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Mr. Paul Burstow (Sutton and Cheam) (LD): May I, too, thank the Secretary of State for his statement, his courtesy in allowing us to see it in advance and the open way in which he has dealt with the matter by coming to the House only a short time after learning of the situation? I also associate myself with the condolences that have been expressed throughout the Chamber to the families involved.

Will the Secretary of State say a little more about the time line behind the diagnosis? Given that the donation of blood occurred in 1996 and the death of the donor occurred in 1999, what steps were taken to trace those who had received blood from the donor, and how many of the 15 people to whom the Secretary of State referred received blood from that donor?

The company Life Resources Incorporated was purchased in 2002. Can the Secretary of State tell us what assessment was made before and since the purchase of the risk to US supplies from the sources from which it acquires its blood? Concerns have been raised about indications that drug addicts and prisoners in the US could be used as potential sources of blood, so I should be grateful if he would indicate what assessment of that has been made.

Can the Secretary of State clear up a little confusion that I have as a result of reading both his statement and material from the National Blood Service? I understand that the first consignments of fresh frozen plasma from the United States are due to arrive in the UK in January 2004 and that components of it will be issued from the spring. When will all children born on or after 1 January 1996 have access to US-sourced plasma? Do they have such access now and, if they do not, when will they have it?

The Secretary of State's statement referred to the fact that no blood test is currently available for vCJD. What advice has he received from his experts about the likely

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time scale in which we could expect such a test to become available? I understand that the National Blood Service has expressed concern that there could be as much as a 50 per cent. drop in supply if a test became available, so what contingency arrangements is he putting in place to avoid such a collapse in supply?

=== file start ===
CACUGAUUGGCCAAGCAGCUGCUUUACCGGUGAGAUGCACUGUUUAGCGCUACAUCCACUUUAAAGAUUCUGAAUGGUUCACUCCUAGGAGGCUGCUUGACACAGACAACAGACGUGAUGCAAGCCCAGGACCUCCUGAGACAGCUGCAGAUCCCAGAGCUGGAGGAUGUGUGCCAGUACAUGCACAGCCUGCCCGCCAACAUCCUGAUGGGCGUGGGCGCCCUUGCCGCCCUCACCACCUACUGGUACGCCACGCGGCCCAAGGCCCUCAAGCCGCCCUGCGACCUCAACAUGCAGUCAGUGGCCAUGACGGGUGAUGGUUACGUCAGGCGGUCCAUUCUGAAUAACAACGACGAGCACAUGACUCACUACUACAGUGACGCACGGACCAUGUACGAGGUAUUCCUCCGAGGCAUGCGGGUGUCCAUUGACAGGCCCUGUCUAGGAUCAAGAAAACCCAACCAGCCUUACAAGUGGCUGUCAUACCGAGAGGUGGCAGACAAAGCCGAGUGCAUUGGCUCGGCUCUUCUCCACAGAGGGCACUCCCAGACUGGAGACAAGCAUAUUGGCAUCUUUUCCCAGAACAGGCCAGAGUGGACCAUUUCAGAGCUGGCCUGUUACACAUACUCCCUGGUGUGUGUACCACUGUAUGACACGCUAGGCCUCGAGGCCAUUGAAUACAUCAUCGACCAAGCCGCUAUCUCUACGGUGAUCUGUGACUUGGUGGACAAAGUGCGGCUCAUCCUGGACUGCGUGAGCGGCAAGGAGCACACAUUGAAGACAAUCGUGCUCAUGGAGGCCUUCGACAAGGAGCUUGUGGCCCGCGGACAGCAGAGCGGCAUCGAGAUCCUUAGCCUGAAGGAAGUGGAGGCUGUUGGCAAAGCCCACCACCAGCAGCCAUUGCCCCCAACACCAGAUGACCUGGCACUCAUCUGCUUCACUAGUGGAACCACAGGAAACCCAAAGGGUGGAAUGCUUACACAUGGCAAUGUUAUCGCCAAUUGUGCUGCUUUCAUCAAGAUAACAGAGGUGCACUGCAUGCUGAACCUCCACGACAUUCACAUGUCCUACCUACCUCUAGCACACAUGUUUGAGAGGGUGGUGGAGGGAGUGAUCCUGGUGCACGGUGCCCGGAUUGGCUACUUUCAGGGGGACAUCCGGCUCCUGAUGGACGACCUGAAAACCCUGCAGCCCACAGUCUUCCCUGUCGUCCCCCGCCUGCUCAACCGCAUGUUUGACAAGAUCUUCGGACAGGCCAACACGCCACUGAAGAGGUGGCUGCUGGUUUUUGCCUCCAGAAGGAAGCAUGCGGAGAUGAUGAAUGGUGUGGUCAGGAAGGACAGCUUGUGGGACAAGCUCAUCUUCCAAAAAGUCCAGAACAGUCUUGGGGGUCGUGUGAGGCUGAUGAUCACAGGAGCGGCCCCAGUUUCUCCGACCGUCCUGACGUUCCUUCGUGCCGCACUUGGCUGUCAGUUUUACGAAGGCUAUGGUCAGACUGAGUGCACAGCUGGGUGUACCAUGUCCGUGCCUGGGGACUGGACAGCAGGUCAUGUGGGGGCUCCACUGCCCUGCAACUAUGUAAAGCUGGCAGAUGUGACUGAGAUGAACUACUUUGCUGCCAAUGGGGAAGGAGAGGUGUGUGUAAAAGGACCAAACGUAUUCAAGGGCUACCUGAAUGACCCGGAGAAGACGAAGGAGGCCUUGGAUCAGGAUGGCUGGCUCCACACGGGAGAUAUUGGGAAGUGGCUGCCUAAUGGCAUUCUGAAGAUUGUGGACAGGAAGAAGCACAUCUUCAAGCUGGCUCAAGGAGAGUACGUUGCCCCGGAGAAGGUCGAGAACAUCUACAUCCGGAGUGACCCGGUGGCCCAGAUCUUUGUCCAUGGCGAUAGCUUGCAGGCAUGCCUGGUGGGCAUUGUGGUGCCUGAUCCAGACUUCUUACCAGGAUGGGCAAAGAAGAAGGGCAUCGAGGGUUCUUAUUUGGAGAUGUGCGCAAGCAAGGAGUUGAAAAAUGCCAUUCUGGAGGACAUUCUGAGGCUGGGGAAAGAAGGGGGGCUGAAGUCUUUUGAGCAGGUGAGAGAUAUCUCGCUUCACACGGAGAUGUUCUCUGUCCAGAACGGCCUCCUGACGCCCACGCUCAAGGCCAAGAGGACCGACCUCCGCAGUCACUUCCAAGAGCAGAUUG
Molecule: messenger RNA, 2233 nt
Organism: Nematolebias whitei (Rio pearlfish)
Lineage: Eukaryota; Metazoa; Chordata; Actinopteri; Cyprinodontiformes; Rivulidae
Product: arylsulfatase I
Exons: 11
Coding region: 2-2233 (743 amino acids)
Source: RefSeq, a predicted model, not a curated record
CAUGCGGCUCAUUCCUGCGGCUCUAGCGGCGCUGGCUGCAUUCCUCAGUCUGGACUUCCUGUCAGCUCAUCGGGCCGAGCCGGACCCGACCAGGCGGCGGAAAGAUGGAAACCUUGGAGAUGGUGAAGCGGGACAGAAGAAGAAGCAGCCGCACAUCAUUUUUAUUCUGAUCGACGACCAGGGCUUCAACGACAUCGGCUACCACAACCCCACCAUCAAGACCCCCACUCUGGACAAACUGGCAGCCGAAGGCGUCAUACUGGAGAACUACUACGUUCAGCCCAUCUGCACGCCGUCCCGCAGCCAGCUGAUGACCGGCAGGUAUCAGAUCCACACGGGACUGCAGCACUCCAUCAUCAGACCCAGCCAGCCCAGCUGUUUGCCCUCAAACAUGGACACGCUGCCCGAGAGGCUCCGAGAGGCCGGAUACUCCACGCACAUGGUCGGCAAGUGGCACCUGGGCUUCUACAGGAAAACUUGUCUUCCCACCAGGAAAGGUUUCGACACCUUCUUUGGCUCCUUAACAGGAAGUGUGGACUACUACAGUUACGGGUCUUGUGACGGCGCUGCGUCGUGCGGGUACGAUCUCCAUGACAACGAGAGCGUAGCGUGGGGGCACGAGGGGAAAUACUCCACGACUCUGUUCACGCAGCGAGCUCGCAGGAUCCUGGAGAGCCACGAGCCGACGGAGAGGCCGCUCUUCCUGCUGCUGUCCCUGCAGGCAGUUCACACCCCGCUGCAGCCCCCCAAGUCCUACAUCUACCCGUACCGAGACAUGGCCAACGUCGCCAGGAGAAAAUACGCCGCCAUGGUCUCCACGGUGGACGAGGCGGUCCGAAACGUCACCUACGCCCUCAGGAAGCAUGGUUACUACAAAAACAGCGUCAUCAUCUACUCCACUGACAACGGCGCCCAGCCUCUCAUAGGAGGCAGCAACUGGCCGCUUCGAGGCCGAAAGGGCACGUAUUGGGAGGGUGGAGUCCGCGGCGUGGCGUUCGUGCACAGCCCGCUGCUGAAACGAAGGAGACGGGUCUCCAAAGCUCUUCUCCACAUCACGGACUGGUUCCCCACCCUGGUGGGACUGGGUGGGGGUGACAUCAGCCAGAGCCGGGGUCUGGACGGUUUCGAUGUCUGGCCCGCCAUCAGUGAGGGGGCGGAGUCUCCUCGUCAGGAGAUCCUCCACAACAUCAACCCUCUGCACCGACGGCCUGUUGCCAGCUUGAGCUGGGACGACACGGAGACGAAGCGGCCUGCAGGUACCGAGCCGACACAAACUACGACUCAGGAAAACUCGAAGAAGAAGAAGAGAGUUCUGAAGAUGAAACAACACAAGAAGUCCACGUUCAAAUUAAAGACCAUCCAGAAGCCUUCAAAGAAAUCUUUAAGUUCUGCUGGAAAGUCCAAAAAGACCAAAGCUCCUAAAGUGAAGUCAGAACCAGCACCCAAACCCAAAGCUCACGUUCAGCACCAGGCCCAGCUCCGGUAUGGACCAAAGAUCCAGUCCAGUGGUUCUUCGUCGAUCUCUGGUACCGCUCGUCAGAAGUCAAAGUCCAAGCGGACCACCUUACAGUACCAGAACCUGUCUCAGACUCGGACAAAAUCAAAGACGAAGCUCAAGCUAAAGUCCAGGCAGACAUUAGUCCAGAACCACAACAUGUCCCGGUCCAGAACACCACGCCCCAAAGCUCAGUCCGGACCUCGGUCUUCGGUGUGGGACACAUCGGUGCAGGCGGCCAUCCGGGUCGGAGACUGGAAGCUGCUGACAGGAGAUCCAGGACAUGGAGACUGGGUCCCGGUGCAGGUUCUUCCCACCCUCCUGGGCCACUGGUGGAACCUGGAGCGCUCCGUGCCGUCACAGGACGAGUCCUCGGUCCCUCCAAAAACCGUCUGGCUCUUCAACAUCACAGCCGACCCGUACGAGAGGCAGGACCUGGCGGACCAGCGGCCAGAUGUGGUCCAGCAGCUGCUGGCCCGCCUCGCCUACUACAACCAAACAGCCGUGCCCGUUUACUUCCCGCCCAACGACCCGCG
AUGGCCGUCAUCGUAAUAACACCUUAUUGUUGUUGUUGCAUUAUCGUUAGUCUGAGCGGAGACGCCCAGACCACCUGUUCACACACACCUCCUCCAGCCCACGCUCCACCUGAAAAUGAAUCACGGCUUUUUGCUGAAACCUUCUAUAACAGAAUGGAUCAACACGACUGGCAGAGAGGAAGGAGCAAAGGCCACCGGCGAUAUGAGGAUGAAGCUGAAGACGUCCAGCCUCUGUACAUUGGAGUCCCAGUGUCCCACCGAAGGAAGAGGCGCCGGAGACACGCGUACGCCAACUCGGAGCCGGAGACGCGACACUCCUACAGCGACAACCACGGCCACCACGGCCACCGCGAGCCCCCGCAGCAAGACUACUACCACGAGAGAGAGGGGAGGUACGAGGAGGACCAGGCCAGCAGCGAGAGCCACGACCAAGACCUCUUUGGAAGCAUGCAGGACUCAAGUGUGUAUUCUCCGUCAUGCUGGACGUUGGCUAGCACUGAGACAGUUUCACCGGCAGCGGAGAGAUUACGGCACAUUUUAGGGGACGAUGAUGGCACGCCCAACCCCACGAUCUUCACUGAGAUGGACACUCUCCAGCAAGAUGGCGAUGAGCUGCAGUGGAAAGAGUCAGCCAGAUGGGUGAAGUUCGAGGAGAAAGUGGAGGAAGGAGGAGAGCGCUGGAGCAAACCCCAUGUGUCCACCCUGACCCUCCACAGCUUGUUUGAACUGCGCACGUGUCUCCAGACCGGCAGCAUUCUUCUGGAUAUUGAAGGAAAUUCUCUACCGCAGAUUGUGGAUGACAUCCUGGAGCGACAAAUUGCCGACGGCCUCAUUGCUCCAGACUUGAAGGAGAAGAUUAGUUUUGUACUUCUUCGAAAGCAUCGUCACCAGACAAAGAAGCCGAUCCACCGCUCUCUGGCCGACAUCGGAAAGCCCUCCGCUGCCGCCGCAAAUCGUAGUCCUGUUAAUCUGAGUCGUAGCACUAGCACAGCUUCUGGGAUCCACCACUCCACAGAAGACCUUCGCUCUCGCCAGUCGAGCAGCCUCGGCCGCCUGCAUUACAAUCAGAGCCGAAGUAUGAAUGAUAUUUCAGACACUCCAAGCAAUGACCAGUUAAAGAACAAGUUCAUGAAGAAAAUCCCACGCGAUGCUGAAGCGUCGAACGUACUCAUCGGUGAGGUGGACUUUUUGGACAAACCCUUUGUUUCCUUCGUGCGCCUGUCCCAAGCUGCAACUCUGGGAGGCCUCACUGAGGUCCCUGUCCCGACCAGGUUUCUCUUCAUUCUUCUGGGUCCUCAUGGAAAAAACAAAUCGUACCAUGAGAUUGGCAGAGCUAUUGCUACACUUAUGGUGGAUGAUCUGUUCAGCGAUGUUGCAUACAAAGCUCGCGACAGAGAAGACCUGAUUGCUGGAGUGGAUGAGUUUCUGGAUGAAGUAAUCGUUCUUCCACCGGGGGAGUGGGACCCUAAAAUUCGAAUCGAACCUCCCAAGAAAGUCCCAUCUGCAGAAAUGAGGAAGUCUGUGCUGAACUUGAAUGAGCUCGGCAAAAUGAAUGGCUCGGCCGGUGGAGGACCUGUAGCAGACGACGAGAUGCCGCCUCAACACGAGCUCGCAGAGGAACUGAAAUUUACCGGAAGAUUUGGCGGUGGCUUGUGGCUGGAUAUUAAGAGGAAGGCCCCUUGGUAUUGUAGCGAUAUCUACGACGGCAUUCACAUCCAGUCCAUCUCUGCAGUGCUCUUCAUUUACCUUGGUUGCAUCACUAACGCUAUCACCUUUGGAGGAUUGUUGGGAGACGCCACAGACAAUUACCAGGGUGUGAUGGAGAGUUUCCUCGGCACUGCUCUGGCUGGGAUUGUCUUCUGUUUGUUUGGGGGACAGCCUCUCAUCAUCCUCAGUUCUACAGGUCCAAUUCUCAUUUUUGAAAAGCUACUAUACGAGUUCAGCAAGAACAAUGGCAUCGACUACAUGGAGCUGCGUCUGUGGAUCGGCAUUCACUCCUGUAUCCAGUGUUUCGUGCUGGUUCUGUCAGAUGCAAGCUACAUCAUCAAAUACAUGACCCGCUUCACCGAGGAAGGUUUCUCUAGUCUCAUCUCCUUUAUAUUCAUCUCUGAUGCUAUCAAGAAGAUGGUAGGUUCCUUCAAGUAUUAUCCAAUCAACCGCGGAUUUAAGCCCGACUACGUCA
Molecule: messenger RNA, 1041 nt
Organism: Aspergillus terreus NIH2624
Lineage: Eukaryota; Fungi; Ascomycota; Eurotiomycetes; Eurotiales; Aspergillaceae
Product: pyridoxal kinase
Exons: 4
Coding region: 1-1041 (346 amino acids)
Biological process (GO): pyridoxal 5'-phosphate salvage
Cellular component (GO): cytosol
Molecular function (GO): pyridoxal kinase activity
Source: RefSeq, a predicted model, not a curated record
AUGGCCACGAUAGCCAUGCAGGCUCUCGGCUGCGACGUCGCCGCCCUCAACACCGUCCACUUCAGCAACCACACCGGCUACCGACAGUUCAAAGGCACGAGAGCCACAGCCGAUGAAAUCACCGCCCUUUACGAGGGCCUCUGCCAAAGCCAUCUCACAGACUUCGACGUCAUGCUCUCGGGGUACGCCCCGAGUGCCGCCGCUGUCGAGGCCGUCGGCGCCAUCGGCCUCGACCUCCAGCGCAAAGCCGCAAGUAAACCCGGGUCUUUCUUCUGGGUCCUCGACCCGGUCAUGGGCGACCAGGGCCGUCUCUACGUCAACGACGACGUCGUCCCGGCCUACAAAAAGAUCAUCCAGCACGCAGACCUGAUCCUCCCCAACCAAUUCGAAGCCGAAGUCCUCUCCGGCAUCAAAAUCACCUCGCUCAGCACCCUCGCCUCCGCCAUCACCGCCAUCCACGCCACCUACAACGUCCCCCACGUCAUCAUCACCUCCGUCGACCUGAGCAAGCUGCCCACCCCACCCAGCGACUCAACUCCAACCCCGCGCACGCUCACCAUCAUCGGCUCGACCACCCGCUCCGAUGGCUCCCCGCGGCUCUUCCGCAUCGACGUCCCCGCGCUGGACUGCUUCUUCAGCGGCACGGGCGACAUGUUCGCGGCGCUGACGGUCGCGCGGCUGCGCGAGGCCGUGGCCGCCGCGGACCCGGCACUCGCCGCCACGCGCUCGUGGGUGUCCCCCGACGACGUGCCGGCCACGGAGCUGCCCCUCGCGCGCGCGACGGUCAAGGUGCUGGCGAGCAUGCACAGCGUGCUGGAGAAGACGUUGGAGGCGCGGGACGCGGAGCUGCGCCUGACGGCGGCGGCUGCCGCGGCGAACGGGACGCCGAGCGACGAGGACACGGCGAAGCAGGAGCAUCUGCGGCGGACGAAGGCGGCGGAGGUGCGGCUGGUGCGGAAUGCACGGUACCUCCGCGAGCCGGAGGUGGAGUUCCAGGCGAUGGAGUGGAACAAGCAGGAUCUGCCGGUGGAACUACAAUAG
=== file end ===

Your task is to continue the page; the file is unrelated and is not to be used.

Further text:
Haemophiliacs have been mentioned. When will they have access to recombinant factor 8? Reference has been made to the need to manage better and use more wisely the blood that people donate? What steps are the Government taking to allow people to store their own blood as one way of managing the use of, and demand for, blood?

With that, I thank the Secretary of State for his statement and look forward to his answers.

Dr. Reid: I thank the hon. Gentleman for his remarks about my bringing the matter to the House. There is always a fine balance between, on one hand, bringing a matter to the House and thus raising the status of the announcement that one is making and, on the other hand, retaining information that should be legitimately available to the House and the public. Although there was one single incident on this occasion, I decided that provided that the reports were accurately reflected and not over-dramatised, it would be a better path to bring the matter to the House as soon as possible.

The hon. Gentleman asked whether only one person had received blood from the donor. The best information that I have suggests that one other person received blood, although hon. Members will understand that we do not have every single fact and figure. He asked about the length of time that has passed since we knew about the 15 recipients. We have known about that for a considerable time—I do not necessarily mean my Department when I say, "we". The names have been known for a considerable time, but in the absence of evidence during that time, such as that which we have today, the decision was taken that on balance, it would be more beneficial to the patients who received the blood to carry out a full assessment of the risk. That process has been ongoing for some two years, during which expert panels have investigated the matter—although the hon. Gentleman will realise that such an assessment was pretty difficult. It was decided that it was better to do that rather than causing distress in the face of any evidence, but that situation has changed because of today's statement.

Consequently, action on risk assessment and risk communication, which is a complex matter, was already proceeding. Several expert committees were involved, but the risk assessment for individual patients who might have received plasma is not yet completed. I was told during briefings in the past two days that the UK-wide CJD incidents panel met in October this year and received a report showing that the complex risk calculations for blood and plasma products were nearing completion. The panel recommended at the meeting that following the completion of the process, a package of action should be designed with the Health Protection Agency to communicate the level of risk faced by individual patients to the patients themselves. Today's action initiates the first steps in that process, because we cannot reasonably wait any longer.